CAROLYN EVANS HAMMOND Carolyn Evans Hammond is a long-standing wine critic. She hosts The Wine Find Talks on YouTube and The Wine Find travel TV show on ROKU on the Access Luxury channel. Each week, she contributes a wine column to the Toronto Star (syndicated) and regularly conducts private tastings in person and virtually. As a seasoned wine educator, judge and media personality with 20+ years of journalism experience, Carolyn makes it her mission to find you your next great glass.
Though it’s tempting to think you can trust your taste buds in determining how sweet—or dry—a wine is, that might not actually be the case.
I f you love wine but are trying to control your sugar intake, read on. This cheat sheet might change your life—or at least your wine selections. Here’s why. Though it’s tempting to think you can trust your taste buds in determining how sweet—or dry—a wine is, that might not actually be the case. Wines with sugar can taste dry because acidity, which all wine contains in varying amounts, hides sweetness incredibly well. For example, Brut styles of Champagne, Crémant and other sparkling wines may taste dry yet contain up to 12 grams per litre (g/l) of sugar. The acidity simply hides the sugar, but that’s not all it does. Sugar also polishes the wine’s mouthfeel, making it taste smooth and well-balanced while retaining the lift and crispness so important for sparkling wine. The result is a quenching refresher that, without the inclusion of sugar, would likely taste searing or shrill. Riesling, Vinho Verde and dessert wine can pack significant levels of sugar without tasting sweet or cloying, thanks to high levels of acidity. That acidity balances the sweetness, creating the tension needed to create lip-smacking appeal.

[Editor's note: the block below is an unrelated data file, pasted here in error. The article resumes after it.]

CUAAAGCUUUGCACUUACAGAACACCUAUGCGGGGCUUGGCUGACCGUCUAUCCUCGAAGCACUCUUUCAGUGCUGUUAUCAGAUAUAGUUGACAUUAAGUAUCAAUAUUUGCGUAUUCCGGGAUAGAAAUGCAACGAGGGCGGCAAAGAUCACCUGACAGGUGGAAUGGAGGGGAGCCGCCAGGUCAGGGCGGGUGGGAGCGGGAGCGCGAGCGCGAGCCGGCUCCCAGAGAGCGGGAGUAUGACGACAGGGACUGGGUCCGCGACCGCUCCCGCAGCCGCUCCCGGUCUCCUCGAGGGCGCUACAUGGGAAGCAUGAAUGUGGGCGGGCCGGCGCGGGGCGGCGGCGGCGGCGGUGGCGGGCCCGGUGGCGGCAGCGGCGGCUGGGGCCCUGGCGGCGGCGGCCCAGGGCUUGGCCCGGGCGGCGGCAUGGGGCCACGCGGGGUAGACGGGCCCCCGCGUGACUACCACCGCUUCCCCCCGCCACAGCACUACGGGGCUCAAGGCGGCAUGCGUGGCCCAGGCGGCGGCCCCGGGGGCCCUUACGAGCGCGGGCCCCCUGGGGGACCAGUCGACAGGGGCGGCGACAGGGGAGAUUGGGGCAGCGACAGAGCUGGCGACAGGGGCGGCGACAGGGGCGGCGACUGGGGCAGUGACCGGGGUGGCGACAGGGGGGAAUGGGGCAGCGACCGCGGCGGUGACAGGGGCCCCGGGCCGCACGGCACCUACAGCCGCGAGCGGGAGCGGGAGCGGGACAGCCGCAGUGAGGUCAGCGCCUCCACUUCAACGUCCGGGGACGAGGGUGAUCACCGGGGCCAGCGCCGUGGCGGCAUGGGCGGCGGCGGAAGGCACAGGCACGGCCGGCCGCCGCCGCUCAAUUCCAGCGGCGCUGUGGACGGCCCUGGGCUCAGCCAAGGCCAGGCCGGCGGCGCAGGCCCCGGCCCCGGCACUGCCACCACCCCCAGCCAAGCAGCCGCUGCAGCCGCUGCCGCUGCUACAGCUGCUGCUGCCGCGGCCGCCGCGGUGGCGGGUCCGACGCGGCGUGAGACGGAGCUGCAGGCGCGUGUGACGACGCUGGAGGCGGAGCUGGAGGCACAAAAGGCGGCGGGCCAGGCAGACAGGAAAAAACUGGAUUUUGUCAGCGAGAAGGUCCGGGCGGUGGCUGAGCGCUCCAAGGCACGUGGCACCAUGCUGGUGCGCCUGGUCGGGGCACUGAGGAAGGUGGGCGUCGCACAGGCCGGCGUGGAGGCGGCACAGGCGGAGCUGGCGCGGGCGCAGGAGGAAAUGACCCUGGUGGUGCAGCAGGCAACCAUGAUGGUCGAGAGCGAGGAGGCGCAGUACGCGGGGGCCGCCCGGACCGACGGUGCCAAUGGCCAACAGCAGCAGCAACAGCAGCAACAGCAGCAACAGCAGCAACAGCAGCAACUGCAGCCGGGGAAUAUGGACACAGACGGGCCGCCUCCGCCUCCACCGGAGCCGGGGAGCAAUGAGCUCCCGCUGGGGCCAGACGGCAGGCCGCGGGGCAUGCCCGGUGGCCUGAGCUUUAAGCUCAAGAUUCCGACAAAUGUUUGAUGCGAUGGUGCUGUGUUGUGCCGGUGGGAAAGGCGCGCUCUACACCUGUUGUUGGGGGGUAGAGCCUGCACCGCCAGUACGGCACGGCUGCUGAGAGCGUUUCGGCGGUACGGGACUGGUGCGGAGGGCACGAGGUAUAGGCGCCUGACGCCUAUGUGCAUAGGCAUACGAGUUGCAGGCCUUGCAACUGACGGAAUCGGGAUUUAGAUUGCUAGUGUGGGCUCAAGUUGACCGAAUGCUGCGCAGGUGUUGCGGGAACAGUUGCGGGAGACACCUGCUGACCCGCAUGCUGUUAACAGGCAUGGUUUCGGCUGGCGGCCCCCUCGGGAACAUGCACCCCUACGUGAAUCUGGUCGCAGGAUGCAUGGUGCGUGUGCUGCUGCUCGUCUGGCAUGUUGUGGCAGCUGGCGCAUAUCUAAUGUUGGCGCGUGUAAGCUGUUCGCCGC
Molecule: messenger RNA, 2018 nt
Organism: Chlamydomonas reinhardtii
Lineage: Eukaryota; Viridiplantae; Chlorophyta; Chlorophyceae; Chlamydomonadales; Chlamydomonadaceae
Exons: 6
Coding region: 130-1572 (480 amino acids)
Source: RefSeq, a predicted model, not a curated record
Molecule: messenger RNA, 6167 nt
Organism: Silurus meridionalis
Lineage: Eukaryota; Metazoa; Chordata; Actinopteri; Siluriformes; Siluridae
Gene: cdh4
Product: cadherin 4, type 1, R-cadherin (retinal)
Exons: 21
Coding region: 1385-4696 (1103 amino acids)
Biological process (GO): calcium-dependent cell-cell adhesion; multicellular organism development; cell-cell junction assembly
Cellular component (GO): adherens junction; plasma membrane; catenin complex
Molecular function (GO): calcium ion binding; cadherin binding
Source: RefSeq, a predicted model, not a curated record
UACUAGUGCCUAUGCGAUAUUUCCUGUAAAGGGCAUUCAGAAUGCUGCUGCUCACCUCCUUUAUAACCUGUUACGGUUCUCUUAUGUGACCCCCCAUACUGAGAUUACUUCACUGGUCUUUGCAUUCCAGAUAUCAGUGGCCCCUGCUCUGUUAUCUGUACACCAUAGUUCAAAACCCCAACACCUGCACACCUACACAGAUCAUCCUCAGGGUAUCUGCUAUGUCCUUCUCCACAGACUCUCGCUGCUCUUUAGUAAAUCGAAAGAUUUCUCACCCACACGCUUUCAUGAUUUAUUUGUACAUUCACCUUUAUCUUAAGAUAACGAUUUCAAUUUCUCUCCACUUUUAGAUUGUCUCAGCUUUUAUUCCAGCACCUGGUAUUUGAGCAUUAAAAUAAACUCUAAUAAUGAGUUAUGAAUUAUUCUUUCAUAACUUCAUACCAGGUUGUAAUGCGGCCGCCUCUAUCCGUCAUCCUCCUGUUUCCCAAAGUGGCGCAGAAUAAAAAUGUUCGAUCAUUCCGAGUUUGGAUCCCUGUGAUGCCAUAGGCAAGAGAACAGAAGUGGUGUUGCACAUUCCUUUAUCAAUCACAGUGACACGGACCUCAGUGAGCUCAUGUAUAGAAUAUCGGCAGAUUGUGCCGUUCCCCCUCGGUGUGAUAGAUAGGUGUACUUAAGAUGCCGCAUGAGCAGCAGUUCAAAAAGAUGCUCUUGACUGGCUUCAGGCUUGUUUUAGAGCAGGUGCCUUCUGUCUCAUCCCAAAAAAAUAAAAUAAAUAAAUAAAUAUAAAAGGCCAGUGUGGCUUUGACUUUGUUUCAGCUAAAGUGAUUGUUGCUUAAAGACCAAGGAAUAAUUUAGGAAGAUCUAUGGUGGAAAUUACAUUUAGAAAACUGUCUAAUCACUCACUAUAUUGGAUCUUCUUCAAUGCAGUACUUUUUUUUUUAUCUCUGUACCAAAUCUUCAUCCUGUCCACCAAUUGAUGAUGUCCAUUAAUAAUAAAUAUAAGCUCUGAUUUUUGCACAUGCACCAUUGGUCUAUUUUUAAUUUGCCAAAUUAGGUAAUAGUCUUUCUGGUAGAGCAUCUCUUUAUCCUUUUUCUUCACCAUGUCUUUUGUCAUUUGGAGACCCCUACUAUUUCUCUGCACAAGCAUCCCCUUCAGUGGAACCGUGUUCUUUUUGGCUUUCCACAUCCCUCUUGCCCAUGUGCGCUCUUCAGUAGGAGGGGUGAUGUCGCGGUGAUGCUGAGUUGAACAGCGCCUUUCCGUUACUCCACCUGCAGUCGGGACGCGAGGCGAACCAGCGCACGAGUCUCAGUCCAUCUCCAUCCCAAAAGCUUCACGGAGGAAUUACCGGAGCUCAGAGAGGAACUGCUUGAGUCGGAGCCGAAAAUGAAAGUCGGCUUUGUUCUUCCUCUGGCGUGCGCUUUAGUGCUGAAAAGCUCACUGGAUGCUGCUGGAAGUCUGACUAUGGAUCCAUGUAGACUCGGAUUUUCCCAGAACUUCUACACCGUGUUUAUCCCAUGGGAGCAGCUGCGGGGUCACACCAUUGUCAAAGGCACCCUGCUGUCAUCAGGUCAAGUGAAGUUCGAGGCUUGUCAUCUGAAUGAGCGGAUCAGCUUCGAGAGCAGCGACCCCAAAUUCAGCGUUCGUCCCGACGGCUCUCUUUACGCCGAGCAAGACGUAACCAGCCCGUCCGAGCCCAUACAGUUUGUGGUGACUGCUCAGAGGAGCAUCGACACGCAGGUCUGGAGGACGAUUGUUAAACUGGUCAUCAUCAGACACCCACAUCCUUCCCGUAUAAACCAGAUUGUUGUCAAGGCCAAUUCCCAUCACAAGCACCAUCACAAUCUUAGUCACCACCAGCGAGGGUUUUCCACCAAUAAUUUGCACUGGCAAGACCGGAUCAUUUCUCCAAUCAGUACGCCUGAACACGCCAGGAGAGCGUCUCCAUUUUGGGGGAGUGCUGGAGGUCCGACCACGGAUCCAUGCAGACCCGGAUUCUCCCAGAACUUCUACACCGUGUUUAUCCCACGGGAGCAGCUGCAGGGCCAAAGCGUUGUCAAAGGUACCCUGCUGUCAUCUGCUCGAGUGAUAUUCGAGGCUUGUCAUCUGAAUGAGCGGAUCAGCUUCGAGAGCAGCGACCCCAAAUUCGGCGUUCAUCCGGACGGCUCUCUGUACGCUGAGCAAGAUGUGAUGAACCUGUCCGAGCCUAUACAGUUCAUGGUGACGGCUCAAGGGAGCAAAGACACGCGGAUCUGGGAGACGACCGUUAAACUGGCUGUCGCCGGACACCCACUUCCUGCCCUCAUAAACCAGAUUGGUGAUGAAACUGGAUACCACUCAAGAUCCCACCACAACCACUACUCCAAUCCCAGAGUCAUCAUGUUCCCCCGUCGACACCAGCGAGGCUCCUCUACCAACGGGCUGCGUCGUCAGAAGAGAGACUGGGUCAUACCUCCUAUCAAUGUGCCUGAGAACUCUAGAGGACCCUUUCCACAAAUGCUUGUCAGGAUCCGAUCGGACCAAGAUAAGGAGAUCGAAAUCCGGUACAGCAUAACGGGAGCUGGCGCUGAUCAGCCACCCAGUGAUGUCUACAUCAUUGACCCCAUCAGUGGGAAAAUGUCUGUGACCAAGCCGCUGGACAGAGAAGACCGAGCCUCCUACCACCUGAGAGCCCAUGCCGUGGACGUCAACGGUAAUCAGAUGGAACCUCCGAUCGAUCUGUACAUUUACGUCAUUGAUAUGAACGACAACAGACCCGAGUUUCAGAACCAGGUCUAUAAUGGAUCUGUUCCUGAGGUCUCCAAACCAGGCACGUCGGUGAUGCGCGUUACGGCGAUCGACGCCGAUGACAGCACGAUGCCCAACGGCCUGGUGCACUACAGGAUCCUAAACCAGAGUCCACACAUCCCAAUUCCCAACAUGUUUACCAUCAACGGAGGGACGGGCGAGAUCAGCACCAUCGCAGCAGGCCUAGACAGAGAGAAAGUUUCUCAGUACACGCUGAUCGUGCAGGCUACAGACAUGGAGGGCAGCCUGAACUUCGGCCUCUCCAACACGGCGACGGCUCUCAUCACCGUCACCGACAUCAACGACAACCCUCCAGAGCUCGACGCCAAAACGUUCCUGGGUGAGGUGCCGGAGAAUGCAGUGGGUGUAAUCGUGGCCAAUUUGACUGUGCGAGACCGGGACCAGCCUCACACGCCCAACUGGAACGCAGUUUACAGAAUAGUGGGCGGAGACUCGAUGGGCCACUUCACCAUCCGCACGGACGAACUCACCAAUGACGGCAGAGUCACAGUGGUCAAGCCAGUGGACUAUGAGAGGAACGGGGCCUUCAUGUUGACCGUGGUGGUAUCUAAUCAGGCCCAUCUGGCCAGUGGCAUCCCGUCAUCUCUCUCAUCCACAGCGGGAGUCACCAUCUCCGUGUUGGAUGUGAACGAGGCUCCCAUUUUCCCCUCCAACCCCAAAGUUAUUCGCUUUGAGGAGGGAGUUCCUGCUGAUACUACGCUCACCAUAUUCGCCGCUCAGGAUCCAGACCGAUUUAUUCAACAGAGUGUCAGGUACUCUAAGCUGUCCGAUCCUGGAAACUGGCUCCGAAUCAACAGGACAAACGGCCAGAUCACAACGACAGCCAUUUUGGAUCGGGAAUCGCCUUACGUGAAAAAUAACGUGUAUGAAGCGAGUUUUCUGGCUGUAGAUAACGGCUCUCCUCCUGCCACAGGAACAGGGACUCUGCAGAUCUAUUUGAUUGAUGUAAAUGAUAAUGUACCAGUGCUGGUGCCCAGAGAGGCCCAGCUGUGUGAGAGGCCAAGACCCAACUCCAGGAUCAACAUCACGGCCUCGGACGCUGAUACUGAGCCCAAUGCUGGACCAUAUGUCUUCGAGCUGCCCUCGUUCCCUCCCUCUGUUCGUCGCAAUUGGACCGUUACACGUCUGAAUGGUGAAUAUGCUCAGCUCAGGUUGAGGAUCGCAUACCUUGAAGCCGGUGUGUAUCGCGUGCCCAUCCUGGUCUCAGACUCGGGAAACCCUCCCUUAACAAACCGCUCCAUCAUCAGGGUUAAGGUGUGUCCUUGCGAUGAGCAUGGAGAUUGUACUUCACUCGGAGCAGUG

Still wines can also contain more sugar than you might think. Some big, bold reds and rich, ripe whites can seem dry while clocking several grams of residual sugar. In these cases, the sugar adds a certain lushness that appeals to many wine drinkers. For reds, sugar can create a pleasant jamminess, often balancing more savoury nuances such as toasty, nutty notes, tobacco, earth or peppercorn. For white wine, sweetness can fill in the midpalate to add a certain creamy texture that many wine drinkers find appealing. So, if you’re watching your sugar intake, best not to rely on taste alone to guide your selections. Instead, find out how much sugar is actually in a chosen bottle of wine. Here’s how.
Go to bcliquorstores.com and search for a wine by name. When the wine appears on the screen, click on its name to reach its product page. On the right side of the page, the sweetness will be assigned a numeric code or sweetness icon, which corresponds to the residual sugar level (the natural sugars remaining in wine after the fermentation process) in grams per litre. See the chart below. Here’s the math to establish what these numbers mean in amounts you can visualize. If a wine has 5 grams per litre of sugar or less, it will have less than 1/4 tsp (1 g) of sugar per standard 5 oz (150 ml) glass. So, if you’re trying to minimize the amount of sugar you’re consuming in wine, choose those with a zero (00) or “Dry” sweetness code.
Sweetness Code Description
0 to 5 g/l
01 to 02
6 to 24 g/l
03 to 07
25 to 79 g/l
08 to 10
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